It started back in 1970 when I met him and his brother Tom at races that spring and then later at summer races in Europe.  Wherever I went, the McEwans were the first ones on the water and the last ones off it.  

But what they did during that time was different.  Jamie would practice slalom moves — moving in and out of the eddies, and running slalom gates if there were any on the course.  But Tom would go find the biggest hole on the course and just sit in it and do enders all day long.   For two years, Jamie McEwan was just another member of the U.S. teams that I was on.  But then came 1972 and the U.S. Olympic team. 

I was an Alternate, or spare, for that team and I ended up helping the U.S. coach, Jay Evans, run practice sessions on the Augsburg Eiskanal, the world’s first artificial slalom course.   I was in charge of taking times and Jamie started having times that were so fast they kept checking my watch to make sure I had timed him right.

Later, after he won the Olympic bronze medal, I was standing right next to him as he was about to go out to the awards podium to accept his medal. I asked him, “Jamie, what are you feeling right now?”  He looked at me as if in a trance, and said “I thought I was going to win.”

That was a transformational moment for me and later became key in my coaching career.   I saw that before you could get anybody to believe in you, you had to believe in yourself.  And to believe in yourself, you had to feel that you had done all the work to be prepared.  I resolved henceforth to do all the work to be prepared.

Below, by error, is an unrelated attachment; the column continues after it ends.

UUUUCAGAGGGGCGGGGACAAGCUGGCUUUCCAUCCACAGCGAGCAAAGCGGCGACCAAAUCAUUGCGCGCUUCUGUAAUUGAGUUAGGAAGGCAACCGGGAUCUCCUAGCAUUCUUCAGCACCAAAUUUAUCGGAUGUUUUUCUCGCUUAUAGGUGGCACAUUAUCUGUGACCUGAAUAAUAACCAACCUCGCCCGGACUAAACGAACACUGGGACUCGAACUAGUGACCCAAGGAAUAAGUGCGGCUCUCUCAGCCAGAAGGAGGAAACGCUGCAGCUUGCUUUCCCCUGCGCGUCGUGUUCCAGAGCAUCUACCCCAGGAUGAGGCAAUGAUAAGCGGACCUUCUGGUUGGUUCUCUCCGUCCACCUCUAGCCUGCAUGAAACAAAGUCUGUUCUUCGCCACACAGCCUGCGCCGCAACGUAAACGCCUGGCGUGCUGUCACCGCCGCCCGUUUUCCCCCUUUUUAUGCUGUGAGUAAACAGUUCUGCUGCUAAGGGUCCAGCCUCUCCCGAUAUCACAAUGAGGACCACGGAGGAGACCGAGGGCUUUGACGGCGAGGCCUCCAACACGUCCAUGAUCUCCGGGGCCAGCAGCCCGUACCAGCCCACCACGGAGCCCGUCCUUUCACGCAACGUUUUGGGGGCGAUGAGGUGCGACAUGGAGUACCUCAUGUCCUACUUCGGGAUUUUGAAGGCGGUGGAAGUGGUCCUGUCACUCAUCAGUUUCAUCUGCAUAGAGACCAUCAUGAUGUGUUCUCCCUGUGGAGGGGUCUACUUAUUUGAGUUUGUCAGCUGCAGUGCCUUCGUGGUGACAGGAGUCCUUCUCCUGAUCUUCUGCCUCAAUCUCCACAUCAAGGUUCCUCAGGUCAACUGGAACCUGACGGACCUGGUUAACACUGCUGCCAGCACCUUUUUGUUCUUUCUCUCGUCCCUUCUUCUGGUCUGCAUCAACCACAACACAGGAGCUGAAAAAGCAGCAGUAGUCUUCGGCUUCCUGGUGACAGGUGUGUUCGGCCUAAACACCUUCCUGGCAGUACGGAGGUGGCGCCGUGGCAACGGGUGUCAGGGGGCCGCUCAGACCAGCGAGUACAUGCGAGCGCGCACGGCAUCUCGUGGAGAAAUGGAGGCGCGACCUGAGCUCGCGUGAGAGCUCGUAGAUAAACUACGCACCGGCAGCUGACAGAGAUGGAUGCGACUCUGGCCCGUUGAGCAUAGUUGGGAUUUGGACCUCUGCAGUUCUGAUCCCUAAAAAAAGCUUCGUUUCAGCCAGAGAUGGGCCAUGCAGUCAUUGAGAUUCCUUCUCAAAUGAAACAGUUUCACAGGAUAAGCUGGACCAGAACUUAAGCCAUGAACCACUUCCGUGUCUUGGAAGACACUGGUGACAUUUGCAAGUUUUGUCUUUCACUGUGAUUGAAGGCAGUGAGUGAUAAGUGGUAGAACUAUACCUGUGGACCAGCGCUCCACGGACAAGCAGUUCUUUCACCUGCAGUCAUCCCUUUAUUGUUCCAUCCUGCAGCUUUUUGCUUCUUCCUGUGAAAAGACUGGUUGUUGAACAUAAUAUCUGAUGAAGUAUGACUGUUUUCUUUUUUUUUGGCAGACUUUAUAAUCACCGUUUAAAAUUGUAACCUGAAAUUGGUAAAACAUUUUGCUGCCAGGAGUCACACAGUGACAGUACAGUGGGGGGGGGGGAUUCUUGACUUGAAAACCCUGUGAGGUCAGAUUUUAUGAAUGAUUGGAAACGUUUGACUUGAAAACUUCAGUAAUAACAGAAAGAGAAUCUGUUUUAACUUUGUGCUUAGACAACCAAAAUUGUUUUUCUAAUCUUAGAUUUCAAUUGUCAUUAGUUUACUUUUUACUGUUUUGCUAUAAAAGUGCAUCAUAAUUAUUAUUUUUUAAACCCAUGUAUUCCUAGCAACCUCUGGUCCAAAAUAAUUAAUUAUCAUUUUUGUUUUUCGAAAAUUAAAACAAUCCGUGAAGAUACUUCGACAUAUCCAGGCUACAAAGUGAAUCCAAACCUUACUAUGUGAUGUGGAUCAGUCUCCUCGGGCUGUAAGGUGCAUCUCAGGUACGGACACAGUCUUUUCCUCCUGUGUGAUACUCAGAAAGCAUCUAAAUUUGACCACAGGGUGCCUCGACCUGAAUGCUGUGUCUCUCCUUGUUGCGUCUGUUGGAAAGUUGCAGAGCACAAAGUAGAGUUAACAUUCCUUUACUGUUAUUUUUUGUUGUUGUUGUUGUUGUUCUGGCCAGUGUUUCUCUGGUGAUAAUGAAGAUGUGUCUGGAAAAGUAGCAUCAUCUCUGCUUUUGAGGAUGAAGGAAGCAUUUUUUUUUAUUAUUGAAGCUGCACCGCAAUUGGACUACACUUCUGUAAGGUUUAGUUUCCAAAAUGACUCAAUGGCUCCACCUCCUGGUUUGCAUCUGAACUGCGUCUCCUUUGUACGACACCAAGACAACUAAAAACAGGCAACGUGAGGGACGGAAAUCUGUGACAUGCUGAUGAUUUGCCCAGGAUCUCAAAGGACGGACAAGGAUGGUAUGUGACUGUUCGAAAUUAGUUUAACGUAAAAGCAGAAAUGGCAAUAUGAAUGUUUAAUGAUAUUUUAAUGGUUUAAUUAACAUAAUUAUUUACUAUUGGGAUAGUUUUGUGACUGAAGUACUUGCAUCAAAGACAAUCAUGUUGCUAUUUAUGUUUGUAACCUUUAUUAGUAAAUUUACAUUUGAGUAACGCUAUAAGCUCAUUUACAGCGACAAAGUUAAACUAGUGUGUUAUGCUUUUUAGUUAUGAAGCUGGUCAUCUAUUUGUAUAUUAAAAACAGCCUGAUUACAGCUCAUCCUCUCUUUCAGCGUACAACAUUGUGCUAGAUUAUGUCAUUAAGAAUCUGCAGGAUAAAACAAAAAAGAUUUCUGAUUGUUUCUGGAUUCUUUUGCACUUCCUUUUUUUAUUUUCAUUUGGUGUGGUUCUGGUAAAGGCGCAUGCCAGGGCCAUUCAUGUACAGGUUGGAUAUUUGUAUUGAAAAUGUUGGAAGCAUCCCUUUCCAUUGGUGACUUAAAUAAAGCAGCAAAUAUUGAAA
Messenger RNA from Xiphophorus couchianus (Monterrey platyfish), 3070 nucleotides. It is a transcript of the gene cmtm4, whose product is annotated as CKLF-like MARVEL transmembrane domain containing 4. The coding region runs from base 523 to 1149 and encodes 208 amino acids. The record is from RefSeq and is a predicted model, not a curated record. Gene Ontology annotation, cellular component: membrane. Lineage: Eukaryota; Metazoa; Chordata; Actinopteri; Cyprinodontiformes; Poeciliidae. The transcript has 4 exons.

In the evening of the day Jamie won the bronze medal, he was whisked off to Munich for TV interviews.  Abbie, and I were able to arrange for his mother, Mae, to be seated in front of a TV in the Eiskanal restaurant so she could see her son becoming a legend.    I had a big 5-ring Olympic pin that I treasured, but I realized at that moment that I should give it to Mae, the mother of the legend-in-the-making, so I did.

And so not only for me, but for the next generation of U.S. slalom racers, Jamie McEwan became a legend.  Subsequently, I encountered many U.S. legends in the sport, but he, being the first, was always special.  He was the first to show us it was possible for an American to do great things in this sport.  He showed us the light, he showed us the path, and we resolved to follow it.

Twenty years later at the 1992 Olympics, when I was coaching the U.S. team, Jamie was still an athlete on the team — legendary stuff in its own right!

In between he had switched from C1 to C2.  He was hesitant to do it, bugged by the ancient Olympic thesis that “glory cannot be shared with partners.”   But I said to him, “where does it stop?  If you win in C1, they’ll say, ah but you didn’t do it in K1.  Then, if you win in K1 they’ll say, ah but you didn’t do it in the 100 meter dash.  And if you win that, they’ll say, ah, but you didn’t win the heavyweight boxing championship of the world.  So, where it stops is where you have the best chance to win right now.  Just embrace that and go for it!”